Monday, September 24, 2018

The Role of Repentance

      One of the barriers to discipline is that we don’t want people to feel bad or get mad. Parents don’t want their child to cry. Churches don’t want members to be ashamed.
      But if anyone is going to be right with God the relationship starts with godly grief that leads to repentance that results in salvation.

Wednesday, September 19, 2018

Following Through

      Many people would like to have a relationship with God as long as he would not make any demands of them. They want to have Christianity, but also keep bits and pieces of their ungodly habits and worldly ways.
      But a relationship with God requires submitting to God to be transformed into the image of Christ.
2 Corinthians 7:1 -  Since we have these promises, beloved, let us cleanse ourselves from every defilement of body and spirit, bringing holiness to completion in the fear of God.

Tuesday, September 4, 2018

Transformation

      We are often urged to become a better version of ourselves. You should be a healthier version of you, a more educated you, a kinder you, a more wealthy you…
      God does not want his people to be a modified version of themselves – he wants us to be transformed into new creatures in Christ.

2 Corinthians 5:17 -  Therefore, if anyone is in Christ, he is a new creation. The old has passed away; behold, the new has come.

Wednesday, August 8, 2018

Investing Our Lives - Thoughts on Luke 16

Many people have pointed out that in the gospels Jesus talks a lot about money.  Some people use those passages to teach financial principles. There is nothing wrong with that unless people begin to think that Jesus' primary intention was to give us instructions about finances and that finances should be our central focus.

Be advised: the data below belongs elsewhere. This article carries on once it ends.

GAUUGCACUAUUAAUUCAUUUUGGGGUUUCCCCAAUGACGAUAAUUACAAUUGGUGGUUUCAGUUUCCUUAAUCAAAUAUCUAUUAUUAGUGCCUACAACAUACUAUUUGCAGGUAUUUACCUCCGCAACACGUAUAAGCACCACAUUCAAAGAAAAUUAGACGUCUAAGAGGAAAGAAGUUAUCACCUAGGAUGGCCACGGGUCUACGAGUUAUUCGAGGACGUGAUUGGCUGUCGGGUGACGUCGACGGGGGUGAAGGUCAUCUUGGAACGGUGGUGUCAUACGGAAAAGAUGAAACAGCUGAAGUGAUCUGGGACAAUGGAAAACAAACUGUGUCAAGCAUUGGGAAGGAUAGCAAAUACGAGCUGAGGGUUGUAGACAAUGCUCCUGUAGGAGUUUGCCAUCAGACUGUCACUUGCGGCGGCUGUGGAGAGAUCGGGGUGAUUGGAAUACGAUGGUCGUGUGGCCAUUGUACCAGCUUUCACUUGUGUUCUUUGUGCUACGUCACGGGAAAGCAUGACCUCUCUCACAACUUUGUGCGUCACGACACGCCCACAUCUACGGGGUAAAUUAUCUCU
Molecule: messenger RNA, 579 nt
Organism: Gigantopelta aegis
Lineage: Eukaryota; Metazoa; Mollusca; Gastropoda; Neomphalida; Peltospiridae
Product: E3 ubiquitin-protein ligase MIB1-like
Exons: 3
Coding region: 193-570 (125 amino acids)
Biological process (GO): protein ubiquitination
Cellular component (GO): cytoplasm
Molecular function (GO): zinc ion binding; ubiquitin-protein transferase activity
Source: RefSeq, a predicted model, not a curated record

What they seem to ignore is that Jesus clearly said that we should not be focused on our finances and that a perspective that puts finances in the center is a form of idolatry.
Luke 16:13 - No servant can serve two masters, for either he will hate the one and love the other, or he will be devoted to the one and despise the other. You cannot serve God and money.”
When Jesus does talk about handling money he uses it as a shorthand for everything that has been entrusted to us. Not just finances, property and resources, but also time, energy and talents. Here in Luke chapter sixteen, the dishonest manager is in trouble for "wasting" his master's possessions (v.1). The implication is that we are in a position of responsibility as managers of what God has entrusted to us - financially and otherwise. But it is not ours, it is God's. We have no right to waste it.

The dishonest manager was smart enough to see that he should not focus on maximum dollar value, but on relationships with other people. In doing this, he is taking a long view - beyond his immediate pleasures. Anticipating a time when he will not have access to his master's resources, he wants to have other people who will "...receive me into their houses." (v.4)

So what was Jesus praising about a "dishonest manager?" Certainly not that he was dishonest, but that he eventually realized the importance of investing in relationships and the long view.

Everything we have belongs to our Master. We have no business wasting it. He didn't give it to us to waste on our pleasures (James 4:3), but to use for his kingdom. Do we have money, homes, cars, technology, time, energy and talents? All of them are God's and we should use them to accomplish God's purposes. To a large extent we should be using everything to invest in relationships with other people.

People are not units of revenue. They are God's creation. They are precious souls with an eternal destiny. They are brothers and sisters with whom we can have relationships. We need to be generous and strategic in building into people's lives for the glory of God.